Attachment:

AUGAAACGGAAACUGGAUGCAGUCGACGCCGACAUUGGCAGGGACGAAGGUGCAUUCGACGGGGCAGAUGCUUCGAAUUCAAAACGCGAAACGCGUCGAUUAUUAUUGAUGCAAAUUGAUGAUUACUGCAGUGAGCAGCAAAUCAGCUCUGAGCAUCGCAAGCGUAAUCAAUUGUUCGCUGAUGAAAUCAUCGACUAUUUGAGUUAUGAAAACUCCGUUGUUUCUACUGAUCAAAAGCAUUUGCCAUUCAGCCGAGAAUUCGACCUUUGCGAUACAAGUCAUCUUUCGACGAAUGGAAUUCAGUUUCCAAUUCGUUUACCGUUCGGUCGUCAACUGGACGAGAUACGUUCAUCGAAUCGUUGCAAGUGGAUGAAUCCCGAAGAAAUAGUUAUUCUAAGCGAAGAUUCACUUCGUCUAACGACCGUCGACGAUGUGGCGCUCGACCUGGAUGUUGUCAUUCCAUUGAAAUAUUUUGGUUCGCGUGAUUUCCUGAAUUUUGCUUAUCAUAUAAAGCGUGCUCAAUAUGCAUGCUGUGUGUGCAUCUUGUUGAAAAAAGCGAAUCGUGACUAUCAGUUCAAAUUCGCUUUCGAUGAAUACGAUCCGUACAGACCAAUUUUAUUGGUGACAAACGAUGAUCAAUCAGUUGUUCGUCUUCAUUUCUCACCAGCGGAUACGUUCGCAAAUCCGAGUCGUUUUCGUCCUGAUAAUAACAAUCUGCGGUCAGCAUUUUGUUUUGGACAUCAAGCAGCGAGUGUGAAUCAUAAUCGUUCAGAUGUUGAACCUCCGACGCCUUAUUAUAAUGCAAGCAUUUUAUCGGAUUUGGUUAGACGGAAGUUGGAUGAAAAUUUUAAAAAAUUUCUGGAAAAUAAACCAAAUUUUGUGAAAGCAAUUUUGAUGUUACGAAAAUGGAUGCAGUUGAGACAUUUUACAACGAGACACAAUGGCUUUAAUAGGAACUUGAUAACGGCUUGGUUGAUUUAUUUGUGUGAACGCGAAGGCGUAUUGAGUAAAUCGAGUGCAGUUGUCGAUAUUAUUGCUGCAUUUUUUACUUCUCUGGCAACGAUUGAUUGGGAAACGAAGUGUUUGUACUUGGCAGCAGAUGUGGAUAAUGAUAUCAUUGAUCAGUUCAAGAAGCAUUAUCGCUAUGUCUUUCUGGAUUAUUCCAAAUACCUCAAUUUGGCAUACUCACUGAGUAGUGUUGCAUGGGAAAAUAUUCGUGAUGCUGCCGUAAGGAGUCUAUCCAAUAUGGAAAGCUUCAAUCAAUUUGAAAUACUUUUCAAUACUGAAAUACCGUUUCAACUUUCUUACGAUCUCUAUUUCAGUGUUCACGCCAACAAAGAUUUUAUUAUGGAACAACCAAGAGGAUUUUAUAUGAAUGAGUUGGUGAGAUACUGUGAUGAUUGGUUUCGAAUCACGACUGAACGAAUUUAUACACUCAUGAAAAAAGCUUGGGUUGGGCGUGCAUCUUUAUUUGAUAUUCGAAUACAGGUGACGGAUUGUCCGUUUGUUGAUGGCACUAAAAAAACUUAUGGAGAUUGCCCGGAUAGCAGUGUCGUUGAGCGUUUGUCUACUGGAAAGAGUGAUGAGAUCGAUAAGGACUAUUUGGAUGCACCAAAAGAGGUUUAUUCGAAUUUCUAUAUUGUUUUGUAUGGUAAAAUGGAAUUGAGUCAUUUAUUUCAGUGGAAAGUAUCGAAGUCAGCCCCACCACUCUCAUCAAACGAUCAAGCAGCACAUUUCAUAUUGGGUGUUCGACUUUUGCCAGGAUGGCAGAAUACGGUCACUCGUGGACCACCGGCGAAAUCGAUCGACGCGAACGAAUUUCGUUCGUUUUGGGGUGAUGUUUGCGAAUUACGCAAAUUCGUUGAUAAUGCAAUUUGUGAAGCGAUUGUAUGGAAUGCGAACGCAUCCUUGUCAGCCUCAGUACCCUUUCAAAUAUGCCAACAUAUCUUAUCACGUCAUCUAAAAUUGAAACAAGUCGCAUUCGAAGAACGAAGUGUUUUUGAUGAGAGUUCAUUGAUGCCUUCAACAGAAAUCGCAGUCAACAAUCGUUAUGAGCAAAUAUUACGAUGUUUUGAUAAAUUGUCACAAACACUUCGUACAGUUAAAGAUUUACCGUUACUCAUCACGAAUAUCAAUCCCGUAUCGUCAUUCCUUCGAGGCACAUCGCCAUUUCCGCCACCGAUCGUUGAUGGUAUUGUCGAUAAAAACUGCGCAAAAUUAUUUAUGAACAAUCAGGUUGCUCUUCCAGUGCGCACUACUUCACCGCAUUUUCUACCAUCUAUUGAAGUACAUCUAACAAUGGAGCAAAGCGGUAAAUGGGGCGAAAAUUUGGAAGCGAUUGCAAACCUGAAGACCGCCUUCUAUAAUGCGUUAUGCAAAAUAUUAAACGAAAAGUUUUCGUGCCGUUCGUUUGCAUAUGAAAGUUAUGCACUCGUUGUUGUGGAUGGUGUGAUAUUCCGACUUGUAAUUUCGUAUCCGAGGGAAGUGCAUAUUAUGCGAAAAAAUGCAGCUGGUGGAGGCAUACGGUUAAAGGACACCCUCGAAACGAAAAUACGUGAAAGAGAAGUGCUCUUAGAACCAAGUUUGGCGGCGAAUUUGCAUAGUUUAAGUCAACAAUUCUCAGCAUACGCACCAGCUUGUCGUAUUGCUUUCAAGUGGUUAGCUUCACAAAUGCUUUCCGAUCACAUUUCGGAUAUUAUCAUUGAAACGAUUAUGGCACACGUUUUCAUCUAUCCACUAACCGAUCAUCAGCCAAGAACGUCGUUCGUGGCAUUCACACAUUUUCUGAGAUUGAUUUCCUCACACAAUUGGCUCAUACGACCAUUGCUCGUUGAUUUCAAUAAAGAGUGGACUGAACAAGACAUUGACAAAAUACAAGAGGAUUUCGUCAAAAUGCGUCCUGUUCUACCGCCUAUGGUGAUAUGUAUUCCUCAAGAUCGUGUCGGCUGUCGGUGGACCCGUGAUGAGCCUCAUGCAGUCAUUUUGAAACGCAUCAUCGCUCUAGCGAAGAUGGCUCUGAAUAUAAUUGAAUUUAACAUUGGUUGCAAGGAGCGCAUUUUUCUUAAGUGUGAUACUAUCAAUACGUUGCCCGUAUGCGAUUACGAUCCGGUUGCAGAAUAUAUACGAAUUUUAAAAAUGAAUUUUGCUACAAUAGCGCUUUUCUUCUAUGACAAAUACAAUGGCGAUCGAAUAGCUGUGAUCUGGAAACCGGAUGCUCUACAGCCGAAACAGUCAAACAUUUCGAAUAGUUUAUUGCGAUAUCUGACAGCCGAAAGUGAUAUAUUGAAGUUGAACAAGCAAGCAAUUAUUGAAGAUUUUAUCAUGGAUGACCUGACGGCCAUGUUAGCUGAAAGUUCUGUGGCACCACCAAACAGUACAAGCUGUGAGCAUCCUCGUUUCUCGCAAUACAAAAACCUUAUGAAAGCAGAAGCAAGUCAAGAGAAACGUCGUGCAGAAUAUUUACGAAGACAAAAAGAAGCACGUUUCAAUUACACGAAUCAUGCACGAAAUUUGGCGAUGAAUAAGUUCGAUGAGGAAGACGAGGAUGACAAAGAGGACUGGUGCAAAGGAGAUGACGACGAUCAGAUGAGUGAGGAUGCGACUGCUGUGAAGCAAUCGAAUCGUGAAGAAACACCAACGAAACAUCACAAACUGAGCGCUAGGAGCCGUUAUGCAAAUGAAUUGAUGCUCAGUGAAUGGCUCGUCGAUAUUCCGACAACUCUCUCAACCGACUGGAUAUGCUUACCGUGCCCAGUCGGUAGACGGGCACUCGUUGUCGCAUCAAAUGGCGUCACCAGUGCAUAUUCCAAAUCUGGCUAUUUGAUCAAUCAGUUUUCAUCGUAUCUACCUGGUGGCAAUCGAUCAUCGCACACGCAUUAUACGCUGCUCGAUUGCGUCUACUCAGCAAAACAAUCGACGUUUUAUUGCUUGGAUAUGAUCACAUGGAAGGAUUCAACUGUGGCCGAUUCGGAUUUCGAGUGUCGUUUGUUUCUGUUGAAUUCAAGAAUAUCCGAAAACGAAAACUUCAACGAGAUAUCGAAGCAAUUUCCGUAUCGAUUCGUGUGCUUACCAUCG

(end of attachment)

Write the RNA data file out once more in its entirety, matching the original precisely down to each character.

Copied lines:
AUGAAACGGAAACUGGAUGCAGUCGACGCCGACAUUGGCAGGGACGAAGGUGCAUUCGACGGGGCAGAUGCUUCGAAUUCAAAACGCGAAACGCGUCGAUUAUUAUUGAUGCAAAUUGAUGAUUACUGCAGUGAGCAGCAAAUCAGCUCUGAGCAUCGCAAGCGUAAUCAAUUGUUCGCUGAUGAAAUCAUCGACUAUUUGAGUUAUGAAAACUCCGUUGUUUCUACUGAUCAAAAGCAUUUGCCAUUCAGCCGAGAAUUCGACCUUUGCGAUACAAGUCAUCUUUCGACGAAUGGAAUUCAGUUUCCAAUUCGUUUACCGUUCGGUCGUCAACUGGACGAGAUACGUUCAUCGAAUCGUUGCAAGUGGAUGAAUCCCGAAGAAAUAGUUAUUCUAAGCGAAGAUUCACUUCGUCUAACGACCGUCGACGAUGUGGCGCUCGACCUGGAUGUUGUCAUUCCAUUGAAAUAUUUUGGUUCGCGUGAUUUCCUGAAUUUUGCUUAUCAUAUAAAGCGUGCUCAAUAUGCAUGCUGUGUGUGCAUCUUGUUGAAAAAAGCGAAUCGUGACUAUCAGUUCAAAUUCGCUUUCGAUGAAUACGAUCCGUACAGACCAAUUUUAUUGGUGACAAACGAUGAUCAAUCAGUUGUUCGUCUUCAUUUCUCACCAGCGGAUACGUUCGCAAAUCCGAGUCGUUUUCGUCCUGAUAAUAACAAUCUGCGGUCAGCAUUUUGUUUUGGACAUCAAGCAGCGAGUGUGAAUCAUAAUCGUUCAGAUGUUGAACCUCCGACGCCUUAUUAUAAUGCAAGCAUUUUAUCGGAUUUGGUUAGACGGAAGUUGGAUGAAAAUUUUAAAAAAUUUCUGGAAAAUAAACCAAAUUUUGUGAAAGCAAUUUUGAUGUUACGAAAAUGGAUGCAGUUGAGACAUUUUACAACGAGACACAAUGGCUUUAAUAGGAACUUGAUAACGGCUUGGUUGAUUUAUUUGUGUGAACGCGAAGGCGUAUUGAGUAAAUCGAGUGCAGUUGUCGAUAUUAUUGCUGCAUUUUUUACUUCUCUGGCAACGAUUGAUUGGGAAACGAAGUGUUUGUACUUGGCAGCAGAUGUGGAUAAUGAUAUCAUUGAUCAGUUCAAGAAGCAUUAUCGCUAUGUCUUUCUGGAUUAUUCCAAAUACCUCAAUUUGGCAUACUCACUGAGUAGUGUUGCAUGGGAAAAUAUUCGUGAUGCUGCCGUAAGGAGUCUAUCCAAUAUGGAAAGCUUCAAUCAAUUUGAAAUACUUUUCAAUACUGAAAUACCGUUUCAACUUUCUUACGAUCUCUAUUUCAGUGUUCACGCCAACAAAGAUUUUAUUAUGGAACAACCAAGAGGAUUUUAUAUGAAUGAGUUGGUGAGAUACUGUGAUGAUUGGUUUCGAAUCACGACUGAACGAAUUUAUACACUCAUGAAAAAAGCUUGGGUUGGGCGUGCAUCUUUAUUUGAUAUUCGAAUACAGGUGACGGAUUGUCCGUUUGUUGAUGGCACUAAAAAAACUUAUGGAGAUUGCCCGGAUAGCAGUGUCGUUGAGCGUUUGUCUACUGGAAAGAGUGAUGAGAUCGAUAAGGACUAUUUGGAUGCACCAAAAGAGGUUUAUUCGAAUUUCUAUAUUGUUUUGUAUGGUAAAAUGGAAUUGAGUCAUUUAUUUCAGUGGAAAGUAUCGAAGUCAGCCCCACCACUCUCAUCAAACGAUCAAGCAGCACAUUUCAUAUUGGGUGUUCGACUUUUGCCAGGAUGGCAGAAUACGGUCACUCGUGGACCACCGGCGAAAUCGAUCGACGCGAACGAAUUUCGUUCGUUUUGGGGUGAUGUUUGCGAAUUACGCAAAUUCGUUGAUAAUGCAAUUUGUGAAGCGAUUGUAUGGAAUGCGAACGCAUCCUUGUCAGCCUCAGUACCCUUUCAAAUAUGCCAACAUAUCUUAUCACGUCAUCUAAAAUUGAAACAAGUCGCAUUCGAAGAACGAAGUGUUUUUGAUGAGAGUUCAUUGAUGCCUUCAACAGAAAUCGCAGUCAACAAUCGUUAUGAGCAAAUAUUACGAUGUUUUGAUAAAUUGUCACAAACACUUCGUACAGUUAAAGAUUUACCGUUACUCAUCACGAAUAUCAAUCCCGUAUCGUCAUUCCUUCGAGGCACAUCGCCAUUUCCGCCACCGAUCGUUGAUGGUAUUGUCGAUAAAAACUGCGCAAAAUUAUUUAUGAACAAUCAGGUUGCUCUUCCAGUGCGCACUACUUCACCGCAUUUUCUACCAUCUAUUGAAGUACAUCUAACAAUGGAGCAAAGCGGUAAAUGGGGCGAAAAUUUGGAAGCGAUUGCAAACCUGAAGACCGCCUUCUAUAAUGCGUUAUGCAAAAUAUUAAACGAAAAGUUUUCGUGCCGUUCGUUUGCAUAUGAAAGUUAUGCACUCGUUGUUGUGGAUGGUGUGAUAUUCCGACUUGUAAUUUCGUAUCCGAGGGAAGUGCAUAUUAUGCGAAAAAAUGCAGCUGGUGGAGGCAUACGGUUAAAGGACACCCUCGAAACGAAAAUACGUGAAAGAGAAGUGCUCUUAGAACCAAGUUUGGCGGCGAAUUUGCAUAGUUUAAGUCAACAAUUCUCAGCAUACGCACCAGCUUGUCGUAUUGCUUUCAAGUGGUUAGCUUCACAAAUGCUUUCCGAUCACAUUUCGGAUAUUAUCAUUGAAACGAUUAUGGCACACGUUUUCAUCUAUCCACUAACCGAUCAUCAGCCAAGAACGUCGUUCGUGGCAUUCACACAUUUUCUGAGAUUGAUUUCCUCACACAAUUGGCUCAUACGACCAUUGCUCGUUGAUUUCAAUAAAGAGUGGACUGAACAAGACAUUGACAAAAUACAAGAGGAUUUCGUCAAAAUGCGUCCUGUUCUACCGCCUAUGGUGAUAUGUAUUCCUCAAGAUCGUGUCGGCUGUCGGUGGACCCGUGAUGAGCCUCAUGCAGUCAUUUUGAAACGCAUCAUCGCUCUAGCGAAGAUGGCUCUGAAUAUAAUUGAAUUUAACAUUGGUUGCAAGGAGCGCAUUUUUCUUAAGUGUGAUACUAUCAAUACGUUGCCCGUAUGCGAUUACGAUCCGGUUGCAGAAUAUAUACGAAUUUUAAAAAUGAAUUUUGCUACAAUAGCGCUUUUCUUCUAUGACAAAUACAAUGGCGAUCGAAUAGCUGUGAUCUGGAAACCGGAUGCUCUACAGCCGAAACAGUCAAACAUUUCGAAUAGUUUAUUGCGAUAUCUGACAGCCGAAAGUGAUAUAUUGAAGUUGAACAAGCAAGCAAUUAUUGAAGAUUUUAUCAUGGAUGACCUGACGGCCAUGUUAGCUGAAAGUUCUGUGGCACCACCAAACAGUACAAGCUGUGAGCAUCCUCGUUUCUCGCAAUACAAAAACCUUAUGAAAGCAGAAGCAAGUCAAGAGAAACGUCGUGCAGAAUAUUUACGAAGACAAAAAGAAGCACGUUUCAAUUACACGAAUCAUGCACGAAAUUUGGCGAUGAAUAAGUUCGAUGAGGAAGACGAGGAUGACAAAGAGGACUGGUGCAAAGGAGAUGACGACGAUCAGAUGAGUGAGGAUGCGACUGCUGUGAAGCAAUCGAAUCGUGAAGAAACACCAACGAAACAUCACAAACUGAGCGCUAGGAGCCGUUAUGCAAAUGAAUUGAUGCUCAGUGAAUGGCUCGUCGAUAUUCCGACAACUCUCUCAACCGACUGGAUAUGCUUACCGUGCCCAGUCGGUAGACGGGCACUCGUUGUCGCAUCAAAUGGCGUCACCAGUGCAUAUUCCAAAUCUGGCUAUUUGAUCAAUCAGUUUUCAUCGUAUCUACCUGGUGGCAAUCGAUCAUCGCACACGCAUUAUACGCUGCUCGAUUGCGUCUACUCAGCAAAACAAUCGACGUUUUAUUGCUUGGAUAUGAUCACAUGGAAGGAUUCAACUGUGGCCGAUUCGGAUUUCGAGUGUCGUUUGUUUCUGUUGAAUUCAAGAAUAUCCGAAAACGAAAACUUCAACGAGAUAUCGAAGCAAUUUCCGUAUCGAUUCGUGUGCUUACCAUCG